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Juvenile Generalized Demodicosis in a Dog

Andrew Rosenberg, DVM, DACVD, Animal Dermatology & Allergy Specialists, White Plains, NY, & Riverdale, NJ

Dermatology

|August 2019|Peer Reviewed|Web-Exclusive
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Juvenile Generalized Demodicosis in a Dog

A 6-month-old spayed American pit bull terrier crossbreed is presented for evaluation of severe pruritus and multifocal areas of alopecia and erythema. When the owners rescued the dog 2 months prior, the dog was pruritic around the eyes and licked its paws. The skin has since become progressively worse and the dog has gotten progressively more pruritic. The owners have been feeding a strict limited-ingredient diet without improvement.

Physical examination reveals crusts on the lateral cervical region and diffuse erythroderma. All distal limbs and both dorsal and ventral aspects of all paws are severely erythematous and crusted. The ventral abdomen and inguinal region have multifocal papules and pustules. An impression smear reveals intracellular and extracellular cocci bacteria (too numerous to count) with streaming neutrophils. Deep skin scrapings from the right forepaw and dorsal muzzle reveal 15 live adult Demodex canis mites, 2 juvenile Demodex canis mites, and 5 Demodex canis eggs per slide.

Which of the following drugs would be appropriate for this patient?

Based on the information provided, how would you grade the following drugs and why?

Do Not Use Proceed with Caution Safe

The following represents the best responses based on drug metabolism, pharmacokinetics, species, diagnostic differentials, clinical and laboratory data, and other pertinent findings.

Prednisone

Correct ResponseDo Not UseAlthough glucocorticoids are frequently used to help relieve pruritus, juvenile-onset generalized demodicosis is caused by underlying immune dysregulation, and glucocorticoid use could further suppress the immune system and exacerbate the demodicosis. Thus, prednisone is contraindicated in the treatment of demodicosis. In addition, this patient’s pruritus is likely caused by secondary bacterial infection, which prednisone would have no effect on.

Oclacitinib

Correct ResponseDo Not UseOclacitinib is frequently used to relieve pruritus. However, it is labeled for the control of pruritus associated with allergic dermatitis and control of atopic dermatitis, not for pruritus associated with demodicosis and bacterial infection, as in this patient. It is also labeled for dogs at least 12 months of age. Oclacitinib may actually increase the patient’s susceptibility to infection and demodicosis1 and may exacerbate demodicosis; its use is contraindicated in the treatment of demodicosis. A higher demodicosis incidence was noted when juvenile dogs were treated with elevated oclacitinib doses for extended time periods.1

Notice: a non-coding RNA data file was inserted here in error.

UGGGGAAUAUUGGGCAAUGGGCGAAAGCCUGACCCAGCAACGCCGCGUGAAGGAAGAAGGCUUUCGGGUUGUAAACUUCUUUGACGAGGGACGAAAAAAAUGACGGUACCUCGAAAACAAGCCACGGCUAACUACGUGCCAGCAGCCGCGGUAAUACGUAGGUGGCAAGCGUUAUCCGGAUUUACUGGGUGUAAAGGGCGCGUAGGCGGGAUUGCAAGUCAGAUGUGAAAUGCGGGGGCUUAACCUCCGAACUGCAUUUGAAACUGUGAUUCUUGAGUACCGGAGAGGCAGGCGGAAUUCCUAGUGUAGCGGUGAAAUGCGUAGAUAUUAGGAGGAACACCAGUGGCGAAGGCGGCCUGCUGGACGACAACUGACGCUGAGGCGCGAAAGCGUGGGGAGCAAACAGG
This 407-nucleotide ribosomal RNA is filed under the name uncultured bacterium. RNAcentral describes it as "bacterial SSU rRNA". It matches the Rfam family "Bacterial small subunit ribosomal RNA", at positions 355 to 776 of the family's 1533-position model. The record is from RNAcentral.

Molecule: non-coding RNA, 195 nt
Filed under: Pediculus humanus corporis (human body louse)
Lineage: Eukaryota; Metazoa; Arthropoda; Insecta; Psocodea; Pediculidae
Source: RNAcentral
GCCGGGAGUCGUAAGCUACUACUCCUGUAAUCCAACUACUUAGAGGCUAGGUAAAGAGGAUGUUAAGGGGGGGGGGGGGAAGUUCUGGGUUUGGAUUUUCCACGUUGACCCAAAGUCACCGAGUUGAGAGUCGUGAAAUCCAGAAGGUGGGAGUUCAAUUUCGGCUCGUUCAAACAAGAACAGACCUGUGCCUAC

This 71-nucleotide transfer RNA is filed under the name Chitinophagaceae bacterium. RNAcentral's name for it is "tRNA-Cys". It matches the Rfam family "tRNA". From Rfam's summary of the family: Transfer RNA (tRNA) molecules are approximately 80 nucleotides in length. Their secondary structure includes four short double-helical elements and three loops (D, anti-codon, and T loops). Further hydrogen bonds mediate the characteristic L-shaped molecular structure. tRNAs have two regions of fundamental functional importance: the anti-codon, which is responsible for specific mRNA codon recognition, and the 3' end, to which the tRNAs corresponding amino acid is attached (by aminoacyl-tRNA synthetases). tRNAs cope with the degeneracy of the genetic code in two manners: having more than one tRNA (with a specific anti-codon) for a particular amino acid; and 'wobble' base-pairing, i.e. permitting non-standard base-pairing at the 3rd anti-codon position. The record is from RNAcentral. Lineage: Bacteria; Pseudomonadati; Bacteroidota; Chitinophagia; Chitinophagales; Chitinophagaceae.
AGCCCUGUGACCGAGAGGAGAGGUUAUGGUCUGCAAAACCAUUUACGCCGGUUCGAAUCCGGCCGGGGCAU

Lokivetmab

Correct ResponseProceed with CautionLokivetmab is a monoclonal antibody that acts against interleukin-31, the “itch cytokine.” It is labeled for treatment of chronic itch due to allergic or atopic dermatitis. Lokivetmab may be effective at reducing this patient’s pruritus, but this use would be extra-label. Adverse effects are minimal, so use could be considered in this case to help improve the patient’s quality of life.

Ivermectin

Correct ResponseProceed with CautionUntil recently, high-dose ivermectin, when well-tolerated, was the treatment of choice for demodicosis in dogs. Although it is effective, some dogs are sensitive to the drug and may experience side effects such as ataxia, mydriasis, tremors, stupor, hypersalivation, and respiratory arrest. These adverse effects are most commonly seen in dogs that are homozygous for a genetic defect in the multidrug sensitivity gene (MDR1 gene, also known as ABCB1-1 gene) that encodes for a p-glycoprotein pump that is an essential part of the blood–brain barrier. Dogs can be tested for the MDR1 mutation via submission of a cheek saliva swab. However, some dogs with normal MDR1 genotype still experience ivermectin sensitivity, so alternative mechanisms for increased sensitivity are likely.2 Although ivermectin can be used in this patient, there are safer treatment options with similar efficacy. Care should be used with ivermectin when the patient’s MDR1 status is unknown.

Sarolaner